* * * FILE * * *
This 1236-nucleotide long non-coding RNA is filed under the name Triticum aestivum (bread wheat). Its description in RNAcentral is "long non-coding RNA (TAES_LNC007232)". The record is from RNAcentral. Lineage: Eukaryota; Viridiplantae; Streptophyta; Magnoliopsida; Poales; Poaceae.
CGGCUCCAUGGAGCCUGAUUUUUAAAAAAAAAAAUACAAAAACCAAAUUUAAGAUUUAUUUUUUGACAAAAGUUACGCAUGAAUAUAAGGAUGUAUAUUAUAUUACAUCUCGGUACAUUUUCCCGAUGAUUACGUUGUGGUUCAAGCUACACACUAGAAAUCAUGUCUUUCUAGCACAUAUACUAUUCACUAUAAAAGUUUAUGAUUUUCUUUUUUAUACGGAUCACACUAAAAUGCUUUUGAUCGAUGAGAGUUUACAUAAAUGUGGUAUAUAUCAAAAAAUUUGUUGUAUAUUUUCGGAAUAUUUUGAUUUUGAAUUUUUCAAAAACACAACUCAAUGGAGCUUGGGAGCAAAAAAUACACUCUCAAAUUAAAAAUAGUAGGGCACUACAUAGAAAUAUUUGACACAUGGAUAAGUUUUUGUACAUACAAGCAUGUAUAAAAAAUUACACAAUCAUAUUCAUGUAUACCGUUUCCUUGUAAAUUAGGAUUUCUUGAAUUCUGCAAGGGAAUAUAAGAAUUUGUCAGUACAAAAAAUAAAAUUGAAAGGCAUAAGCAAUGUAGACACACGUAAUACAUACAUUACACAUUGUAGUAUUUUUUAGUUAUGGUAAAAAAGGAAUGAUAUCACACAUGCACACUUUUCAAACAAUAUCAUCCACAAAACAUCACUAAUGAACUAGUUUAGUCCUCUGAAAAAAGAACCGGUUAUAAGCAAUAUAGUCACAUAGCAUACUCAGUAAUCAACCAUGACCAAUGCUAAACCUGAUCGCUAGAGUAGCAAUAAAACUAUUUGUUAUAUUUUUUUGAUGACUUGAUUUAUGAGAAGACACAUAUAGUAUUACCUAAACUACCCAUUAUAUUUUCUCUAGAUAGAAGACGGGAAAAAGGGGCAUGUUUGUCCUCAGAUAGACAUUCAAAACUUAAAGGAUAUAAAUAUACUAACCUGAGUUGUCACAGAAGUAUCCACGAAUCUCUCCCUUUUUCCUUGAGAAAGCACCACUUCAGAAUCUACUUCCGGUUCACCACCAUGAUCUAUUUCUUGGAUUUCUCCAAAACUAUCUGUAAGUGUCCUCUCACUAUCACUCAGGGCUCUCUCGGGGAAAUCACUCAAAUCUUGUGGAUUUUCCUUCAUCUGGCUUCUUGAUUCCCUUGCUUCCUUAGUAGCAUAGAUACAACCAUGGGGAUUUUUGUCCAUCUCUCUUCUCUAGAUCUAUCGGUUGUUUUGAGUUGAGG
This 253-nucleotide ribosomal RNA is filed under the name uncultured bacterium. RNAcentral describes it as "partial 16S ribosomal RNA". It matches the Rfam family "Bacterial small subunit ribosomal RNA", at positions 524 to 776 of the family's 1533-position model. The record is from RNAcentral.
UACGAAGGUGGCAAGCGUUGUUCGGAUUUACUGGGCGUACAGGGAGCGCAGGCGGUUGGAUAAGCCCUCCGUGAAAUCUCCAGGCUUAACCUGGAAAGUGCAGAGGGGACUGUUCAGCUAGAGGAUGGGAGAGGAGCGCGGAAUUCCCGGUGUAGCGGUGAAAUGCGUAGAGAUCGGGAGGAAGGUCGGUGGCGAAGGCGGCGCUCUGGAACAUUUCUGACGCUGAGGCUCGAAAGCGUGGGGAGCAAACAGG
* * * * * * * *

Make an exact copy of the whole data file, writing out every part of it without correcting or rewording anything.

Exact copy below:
This 1236-nucleotide long non-coding RNA is filed under the name Triticum aestivum (bread wheat). Its description in RNAcentral is "long non-coding RNA (TAES_LNC007232)". The record is from RNAcentral. Lineage: Eukaryota; Viridiplantae; Streptophyta; Magnoliopsida; Poales; Poaceae.
CGGCUCCAUGGAGCCUGAUUUUUAAAAAAAAAAAUACAAAAACCAAAUUUAAGAUUUAUUUUUUGACAAAAGUUACGCAUGAAUAUAAGGAUGUAUAUUAUAUUACAUCUCGGUACAUUUUCCCGAUGAUUACGUUGUGGUUCAAGCUACACACUAGAAAUCAUGUCUUUCUAGCACAUAUACUAUUCACUAUAAAAGUUUAUGAUUUUCUUUUUUAUACGGAUCACACUAAAAUGCUUUUGAUCGAUGAGAGUUUACAUAAAUGUGGUAUAUAUCAAAAAAUUUGUUGUAUAUUUUCGGAAUAUUUUGAUUUUGAAUUUUUCAAAAACACAACUCAAUGGAGCUUGGGAGCAAAAAAUACACUCUCAAAUUAAAAAUAGUAGGGCACUACAUAGAAAUAUUUGACACAUGGAUAAGUUUUUGUACAUACAAGCAUGUAUAAAAAAUUACACAAUCAUAUUCAUGUAUACCGUUUCCUUGUAAAUUAGGAUUUCUUGAAUUCUGCAAGGGAAUAUAAGAAUUUGUCAGUACAAAAAAUAAAAUUGAAAGGCAUAAGCAAUGUAGACACACGUAAUACAUACAUUACACAUUGUAGUAUUUUUUAGUUAUGGUAAAAAAGGAAUGAUAUCACACAUGCACACUUUUCAAACAAUAUCAUCCACAAAACAUCACUAAUGAACUAGUUUAGUCCUCUGAAAAAAGAACCGGUUAUAAGCAAUAUAGUCACAUAGCAUACUCAGUAAUCAACCAUGACCAAUGCUAAACCUGAUCGCUAGAGUAGCAAUAAAACUAUUUGUUAUAUUUUUUUGAUGACUUGAUUUAUGAGAAGACACAUAUAGUAUUACCUAAACUACCCAUUAUAUUUUCUCUAGAUAGAAGACGGGAAAAAGGGGCAUGUUUGUCCUCAGAUAGACAUUCAAAACUUAAAGGAUAUAAAUAUACUAACCUGAGUUGUCACAGAAGUAUCCACGAAUCUCUCCCUUUUUCCUUGAGAAAGCACCACUUCAGAAUCUACUUCCGGUUCACCACCAUGAUCUAUUUCUUGGAUUUCUCCAAAACUAUCUGUAAGUGUCCUCUCACUAUCACUCAGGGCUCUCUCGGGGAAAUCACUCAAAUCUUGUGGAUUUUCCUUCAUCUGGCUUCUUGAUUCCCUUGCUUCCUUAGUAGCAUAGAUACAACCAUGGGGAUUUUUGUCCAUCUCUCUUCUCUAGAUCUAUCGGUUGUUUUGAGUUGAGG
This 253-nucleotide ribosomal RNA is filed under the name uncultured bacterium. RNAcentral describes it as "partial 16S ribosomal RNA". It matches the Rfam family "Bacterial small subunit ribosomal RNA", at positions 524 to 776 of the family's 1533-position model. The record is from RNAcentral.
UACGAAGGUGGCAAGCGUUGUUCGGAUUUACUGGGCGUACAGGGAGCGCAGGCGGUUGGAUAAGCCCUCCGUGAAAUCUCCAGGCUUAACCUGGAAAGUGCAGAGGGGACUGUUCAGCUAGAGGAUGGGAGAGGAGCGCGGAAUUCCCGGUGUAGCGGUGAAAUGCGUAGAGAUCGGGAGGAAGGUCGGUGGCGAAGGCGGCGCUCUGGAACAUUUCUGACGCUGAGGCUCGAAAGCGUGGGGAGCAAACAGG